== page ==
In their 2023 annual Demographic Analysis Report which highlights gender diversity at senior levels in Ireland’s regulated financial services sector, the Central Bank of Ireland have reported that female applicants for board level roles is 31% (up from 29% in 2022), senior management level roles is 33% (down from 35% in 2022), and sole trader/partner level roles is at 25% (decrease from 28% in 2022). Interestingly, my own CBI approved roles as Head of Compliance (54% male, 46% female) and Head of AML and CTF (56% male, 44% female) are among some of the most gender equal roles reported.



Financial Equity:


Metis’s strategic wisdom underscores the importance of fair resource distribution. Like her counsel to Zeus, women today influence economic policies, investment decisions, and workplace equality. Achieving financial equity demands actions like transparent pay, gender-responsive budgeting, and support for women-owned businesses.


Financial equity is at the heart of gender equality. I have previously written about the pension gap and financial disparity in 2023 and 2022, women continue to face disparities in wages, access to capital, and financial resources, limiting their ability to achieve economic independence and security. By investing in women’s education, entrepreneurship, and leadership, we can bridge these gaps and create a more equitable society.


According to the 2023 OECD report Gender, Education and Skills: The Persistence of Gender Gaps in Education and Skills women’s labour-force participation rates have moved closer to men’s over the past few decades, but in every country, women are still less likely than men to engage in paid work. When women do work, they are more likely to work part time, are less likely to become managers, less likely to be entrepreneurs and earn less than men. The median full-time female worker earns just under 15% less than her male counterpart, on average across OECD countries – a rate that has barely moved in recent years. Women are also under-represented in private-sector management and in politics, holding, on average, fewer than one-third of lower-house seats in national legislatures in OECD countries. On the whole, however, gender gaps are more prominent in private-sector employment and entrepreneurship.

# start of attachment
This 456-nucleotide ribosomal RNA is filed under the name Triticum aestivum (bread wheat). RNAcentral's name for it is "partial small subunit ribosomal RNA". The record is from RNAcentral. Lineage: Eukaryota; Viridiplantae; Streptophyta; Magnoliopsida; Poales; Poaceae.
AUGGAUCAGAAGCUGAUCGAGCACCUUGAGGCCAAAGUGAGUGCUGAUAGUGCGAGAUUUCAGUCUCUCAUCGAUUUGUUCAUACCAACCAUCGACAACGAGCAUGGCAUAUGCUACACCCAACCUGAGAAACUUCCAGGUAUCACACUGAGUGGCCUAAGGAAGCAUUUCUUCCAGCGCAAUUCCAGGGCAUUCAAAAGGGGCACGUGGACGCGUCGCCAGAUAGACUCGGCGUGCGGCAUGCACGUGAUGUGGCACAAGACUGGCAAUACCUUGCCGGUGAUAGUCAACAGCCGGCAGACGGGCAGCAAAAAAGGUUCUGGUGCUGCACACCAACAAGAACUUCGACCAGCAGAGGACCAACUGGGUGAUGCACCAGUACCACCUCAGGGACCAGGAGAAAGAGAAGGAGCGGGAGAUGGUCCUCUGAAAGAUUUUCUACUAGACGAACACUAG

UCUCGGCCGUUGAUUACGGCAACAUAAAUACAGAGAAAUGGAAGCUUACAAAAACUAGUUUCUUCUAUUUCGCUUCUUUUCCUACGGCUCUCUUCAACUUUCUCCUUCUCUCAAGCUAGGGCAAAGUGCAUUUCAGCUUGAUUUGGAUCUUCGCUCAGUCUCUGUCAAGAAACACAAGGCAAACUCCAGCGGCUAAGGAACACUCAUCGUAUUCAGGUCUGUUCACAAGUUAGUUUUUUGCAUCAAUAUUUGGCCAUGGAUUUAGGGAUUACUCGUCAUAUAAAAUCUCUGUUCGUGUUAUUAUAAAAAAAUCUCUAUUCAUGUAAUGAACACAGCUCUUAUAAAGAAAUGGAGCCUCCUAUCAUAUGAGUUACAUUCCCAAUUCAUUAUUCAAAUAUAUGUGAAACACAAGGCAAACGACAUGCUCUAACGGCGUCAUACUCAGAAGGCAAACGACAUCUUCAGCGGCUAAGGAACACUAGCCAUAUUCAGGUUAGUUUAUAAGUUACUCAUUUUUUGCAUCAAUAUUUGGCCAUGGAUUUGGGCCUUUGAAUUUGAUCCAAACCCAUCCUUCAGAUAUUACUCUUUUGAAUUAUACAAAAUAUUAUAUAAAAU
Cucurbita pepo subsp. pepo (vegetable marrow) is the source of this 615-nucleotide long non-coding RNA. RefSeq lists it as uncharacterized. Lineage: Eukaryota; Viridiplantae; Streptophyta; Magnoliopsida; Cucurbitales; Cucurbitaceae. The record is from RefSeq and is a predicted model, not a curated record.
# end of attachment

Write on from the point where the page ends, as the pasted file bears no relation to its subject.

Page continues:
On this International Women’s Day, let us commit to investing in women, inspiring inclusion, and advancing financial equity. By harnessing the talents and potential of women, we not only create a more prosperous and just society but also unlock new pathways to innovation and growth. Together, let us work towards a future where every woman has the opportunity to fulfil her potential and contribute her unique gifts to the world. Let’s let women be like Metis.


Sinéad Clinton Caldas

Head of Compliance


Metis Ireland Financial Planning Ltd t/a Metis Ireland is regulated by the Central Bank of Ireland.

All content provided in these blog posts is intended for information purposes only and should not be interpreted as financial advice. You should always engage the services of a fully qualified financial adviser before entering any financial contract. Metis Ireland Financial Planning Ltd t/a Metis Ireland will not be held responsible for any actions taken as a result of reading these blog posts.